(The remains of Teresa Robinson, 11, were found last May. The RCMP now asking for DNA samples from boys and men in Garden Hill First Nation. APTN/file)Cara McKenna APTN National NewsRCMP investigators have taken the unusual step of requesting DNA samples from boys and men from a northern Manitoba First Nation community where the remains of an 11-year-old girl were found during a search last May, according to the band’s chief.Garden Hill First Nation Chief Arnold Flett said several RCMP officers have been knocking on doors in the community since Monday asking men aged 15 to 50 years old to allow a sample of their DNA to be taken at a local office used by the Mounties.He said the RCMP officers have told community members the request is part of the investigation into the death of Teresa Robinson, 11, whose partial remains were discovered during a search last May.Robinson’s death remains unsolved and police are treating the case as a homicide.Flett said this is one of the rare times RCMP investigators have returned to the community to gather evidence as part of the investigation into Robinson’s death over the past nine months. He said he does not know the status of the investigation.Flett said the community generally agrees with the DNA request.“We informed the community (of the DNA testing) and there’s no opposition to it,” Flett said. “It’s not forced, it’s being requested.”Flett said he hopes this will lead to a resolution for the community of about 3,000 people which continues to feel the impact of Robinson’s violent death.“We’d like to see this be solved,” said Flett. “The people of Garden Hill would like to see that happen.”He said the investigators are expected to remain in Garden Hill until Thursday gathering DNA samples.Manitoba RCMP confirmed late Wednesday that the officers were gathering DNA as part of the investigation into Robinson’s death.“The investigation into the murder of Teresa Robinson has remained an active case since our officers were first contacted and deployed to Garden Hill First Nation in the spring of 2015,” said Sgt. Bert Paquet, in an emailed statement. “While we are not in a position to discuss all the specifics of this ongoing case, we can confirm that our investigators have collected DNA samples from males of Garden Hill First Nation as one of several techniques used by officers assigned to the case.”firstname.lastname@example.org@cara102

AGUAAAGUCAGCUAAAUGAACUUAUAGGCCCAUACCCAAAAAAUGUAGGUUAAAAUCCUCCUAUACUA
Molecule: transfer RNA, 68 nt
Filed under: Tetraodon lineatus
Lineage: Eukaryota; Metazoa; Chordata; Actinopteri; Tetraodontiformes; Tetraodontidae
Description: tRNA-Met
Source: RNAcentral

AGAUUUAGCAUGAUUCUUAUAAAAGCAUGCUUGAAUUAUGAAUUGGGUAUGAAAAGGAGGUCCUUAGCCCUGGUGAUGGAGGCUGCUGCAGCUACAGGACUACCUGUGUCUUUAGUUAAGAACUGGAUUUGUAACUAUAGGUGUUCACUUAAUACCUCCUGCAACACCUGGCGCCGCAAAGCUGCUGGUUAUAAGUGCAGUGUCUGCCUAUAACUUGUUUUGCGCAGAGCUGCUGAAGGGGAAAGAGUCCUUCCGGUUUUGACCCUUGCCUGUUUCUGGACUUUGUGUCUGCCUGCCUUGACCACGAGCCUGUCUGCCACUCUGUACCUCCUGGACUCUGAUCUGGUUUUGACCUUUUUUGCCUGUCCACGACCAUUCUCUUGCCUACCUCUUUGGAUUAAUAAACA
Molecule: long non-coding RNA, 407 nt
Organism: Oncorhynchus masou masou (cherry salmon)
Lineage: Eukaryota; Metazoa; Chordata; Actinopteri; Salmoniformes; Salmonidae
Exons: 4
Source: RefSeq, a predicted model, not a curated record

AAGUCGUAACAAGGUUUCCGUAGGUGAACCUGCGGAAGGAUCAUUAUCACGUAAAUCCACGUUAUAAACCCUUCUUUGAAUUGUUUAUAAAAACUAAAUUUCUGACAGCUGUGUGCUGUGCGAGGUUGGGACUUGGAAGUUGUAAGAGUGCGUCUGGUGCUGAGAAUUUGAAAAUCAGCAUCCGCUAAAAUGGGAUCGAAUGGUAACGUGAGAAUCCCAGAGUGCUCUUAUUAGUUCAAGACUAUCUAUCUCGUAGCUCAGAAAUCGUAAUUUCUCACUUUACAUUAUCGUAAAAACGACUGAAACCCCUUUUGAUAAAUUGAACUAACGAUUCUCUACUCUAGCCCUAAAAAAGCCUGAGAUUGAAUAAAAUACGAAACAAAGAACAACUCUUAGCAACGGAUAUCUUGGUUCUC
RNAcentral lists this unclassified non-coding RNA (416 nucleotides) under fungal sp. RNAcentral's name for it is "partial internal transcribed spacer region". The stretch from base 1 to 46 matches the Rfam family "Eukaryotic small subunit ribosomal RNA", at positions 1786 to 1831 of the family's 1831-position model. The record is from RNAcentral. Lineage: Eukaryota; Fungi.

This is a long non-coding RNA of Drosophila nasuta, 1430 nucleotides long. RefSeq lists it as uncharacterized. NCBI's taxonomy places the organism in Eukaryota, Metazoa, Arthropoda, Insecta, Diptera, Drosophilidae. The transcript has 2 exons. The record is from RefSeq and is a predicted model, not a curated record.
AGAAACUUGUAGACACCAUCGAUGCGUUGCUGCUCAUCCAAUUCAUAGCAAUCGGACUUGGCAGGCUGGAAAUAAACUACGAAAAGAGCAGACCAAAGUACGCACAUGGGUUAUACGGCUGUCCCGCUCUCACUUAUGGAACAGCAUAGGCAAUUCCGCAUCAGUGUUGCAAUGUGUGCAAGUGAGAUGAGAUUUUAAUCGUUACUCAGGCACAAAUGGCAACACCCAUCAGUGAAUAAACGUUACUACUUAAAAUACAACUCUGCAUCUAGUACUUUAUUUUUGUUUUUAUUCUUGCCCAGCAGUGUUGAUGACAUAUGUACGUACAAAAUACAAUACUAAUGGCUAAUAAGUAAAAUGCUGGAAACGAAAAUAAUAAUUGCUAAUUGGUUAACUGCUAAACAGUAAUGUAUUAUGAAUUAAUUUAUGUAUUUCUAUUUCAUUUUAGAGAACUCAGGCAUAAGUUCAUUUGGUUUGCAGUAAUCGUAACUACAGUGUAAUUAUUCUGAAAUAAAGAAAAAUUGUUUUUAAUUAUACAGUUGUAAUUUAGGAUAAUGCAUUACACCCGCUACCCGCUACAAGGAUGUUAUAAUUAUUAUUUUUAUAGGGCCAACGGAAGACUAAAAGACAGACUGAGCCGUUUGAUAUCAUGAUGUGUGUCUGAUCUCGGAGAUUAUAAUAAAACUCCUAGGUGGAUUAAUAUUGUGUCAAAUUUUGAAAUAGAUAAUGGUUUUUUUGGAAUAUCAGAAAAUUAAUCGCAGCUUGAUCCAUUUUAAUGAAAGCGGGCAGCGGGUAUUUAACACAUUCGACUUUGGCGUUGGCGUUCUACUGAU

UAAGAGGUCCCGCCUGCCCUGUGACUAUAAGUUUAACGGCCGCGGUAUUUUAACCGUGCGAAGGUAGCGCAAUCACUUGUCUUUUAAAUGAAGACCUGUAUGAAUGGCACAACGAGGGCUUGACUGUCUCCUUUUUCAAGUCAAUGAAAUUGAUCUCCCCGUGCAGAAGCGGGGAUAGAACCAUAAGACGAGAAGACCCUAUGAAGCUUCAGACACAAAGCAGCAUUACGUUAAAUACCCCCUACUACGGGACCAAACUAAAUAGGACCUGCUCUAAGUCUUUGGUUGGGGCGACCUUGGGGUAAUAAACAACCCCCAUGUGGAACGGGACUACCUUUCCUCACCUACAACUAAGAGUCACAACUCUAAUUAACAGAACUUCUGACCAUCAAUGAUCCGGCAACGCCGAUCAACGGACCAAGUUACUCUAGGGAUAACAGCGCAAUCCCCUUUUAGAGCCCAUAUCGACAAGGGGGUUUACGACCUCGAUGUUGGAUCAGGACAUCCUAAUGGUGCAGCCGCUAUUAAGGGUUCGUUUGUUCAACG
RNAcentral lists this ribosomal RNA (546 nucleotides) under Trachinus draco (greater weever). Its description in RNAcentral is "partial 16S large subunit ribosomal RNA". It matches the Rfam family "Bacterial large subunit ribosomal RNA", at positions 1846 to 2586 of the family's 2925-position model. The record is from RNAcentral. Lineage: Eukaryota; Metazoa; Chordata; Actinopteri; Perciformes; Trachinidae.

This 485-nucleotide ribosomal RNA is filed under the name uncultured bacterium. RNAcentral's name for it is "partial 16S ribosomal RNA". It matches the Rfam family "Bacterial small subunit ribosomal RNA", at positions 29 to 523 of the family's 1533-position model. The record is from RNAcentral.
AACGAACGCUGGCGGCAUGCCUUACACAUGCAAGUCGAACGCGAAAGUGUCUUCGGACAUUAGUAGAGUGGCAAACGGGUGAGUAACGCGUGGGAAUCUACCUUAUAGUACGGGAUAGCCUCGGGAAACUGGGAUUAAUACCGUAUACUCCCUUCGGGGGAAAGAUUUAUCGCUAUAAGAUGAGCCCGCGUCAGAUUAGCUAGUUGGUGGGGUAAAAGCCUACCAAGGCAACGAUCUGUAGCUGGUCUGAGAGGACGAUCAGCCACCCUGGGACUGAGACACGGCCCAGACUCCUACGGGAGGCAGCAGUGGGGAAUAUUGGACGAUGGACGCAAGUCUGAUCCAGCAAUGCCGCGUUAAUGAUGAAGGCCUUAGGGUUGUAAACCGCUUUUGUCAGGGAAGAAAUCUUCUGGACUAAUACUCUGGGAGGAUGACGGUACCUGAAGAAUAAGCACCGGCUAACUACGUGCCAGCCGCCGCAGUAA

The race is on for the Premier League title and Liverpool’s encounter with Leicester could provide plenty of entertainment for neutrals tonight.Man City’s shock defeat at St James’ Park last night means Jurgen Klopp’s men have the chance to extend their advantage to seven points – although no slip ups can be afforded and they will not be taking Leicester lightly. However, this isn’t a terrible time to face the Foxes, with Claude Puel under the pump.A third successive loss at Wolves came right on the back of defeats to 10-man Southampton and an FA Cup exit to League Two Newport which has seen some fans turn on Puel, although there are no strong rumours about him leaving just yet.His side can still pack a punch, as they showed against Wolves when they went down in injury time to a Diogo Jota hat-trick in a 4-3 thriller. They were 2-0 down early on before an impressive fightback in the shape of a Demarai Gray strike and a Conor Coady own goal, before Wes Morgan looked to have stolen a point for them before Jota’s injury time winner.Remarkably on the same weekend, Liverpool were also involved in their own thriller, as their 4-3 win over Crystal Palace at Anfield kept their title charge on the road whilst also providing a throwback to the helter-skelter football that neutrals were treated to last season.Klopp’s men had to work hard to get back in front after going down to Andros Townsend’s early goal, and again when James Tomkins levelled the score with over an hour on the clock, but two goals from Mohamed Salah along with strikes from Roberto Firmino and Sadio Mane got them over the line.It will be interesting to see how they cope with the absence of James Milner – who was red carded against Palace – and this could prove to be tricky for Klopp’s men. Leicester did manage to beat Manchester City over Christmas along with Chelsea, and they have the right game-plan and firepower to frustrate bigger teams.Liverpool v Leicester CityPremier League20:00 BT Sport 1 / BT Sport 4K UHDHEAD TO HEAD RECORD(Maximum 10 matches)SEP 2018 PREMIER LEAGUE Leicester 1-2 LiverpoolDEC 2017 PREMIER LEAGUE Liverpool 2-1 LeicesterSEP 2016 PREMIER LEAGUE Leicester 2-3 LiverpoolSEP 2017 EFL CUP Leicester 2-0 LiverpoolFEB 2017 PREMIER LEAGUE Leicester 3-1 LiverpoolSEP 2016 PREMIER LEAGUE Liverpool 4-1 LeicesterFEB 2016 PREMIER LEAGUE Leicester 2-0 LiverpoolDEC 2015 PREMIER LEAGUE Liverpool 1-0 LeicesterJAN 2015 PREMIER LEAGUE Liverpool 2-2 LeicesterDEC 2014 PREMIER LEAGUE Leicester 1-3 LiverpoolJamie Vardy is always likely to be a threat on the break and with Demarai Gray and James Maddison they’ve got two plays capable of making something out of any chances they might get. Liverpool are a better balanced defensive side this season but they have not let up going forward, and this could see action at both ends.RECOMMENDED BETS (scale of 1-100 points)BACK OVER 3.5 GOALS 5 points at 5/4 with starsports.betPROFIT/LOSS SINCE JAN 1 2017: PROFIT 205.64 points(excluding Premier League ante-post)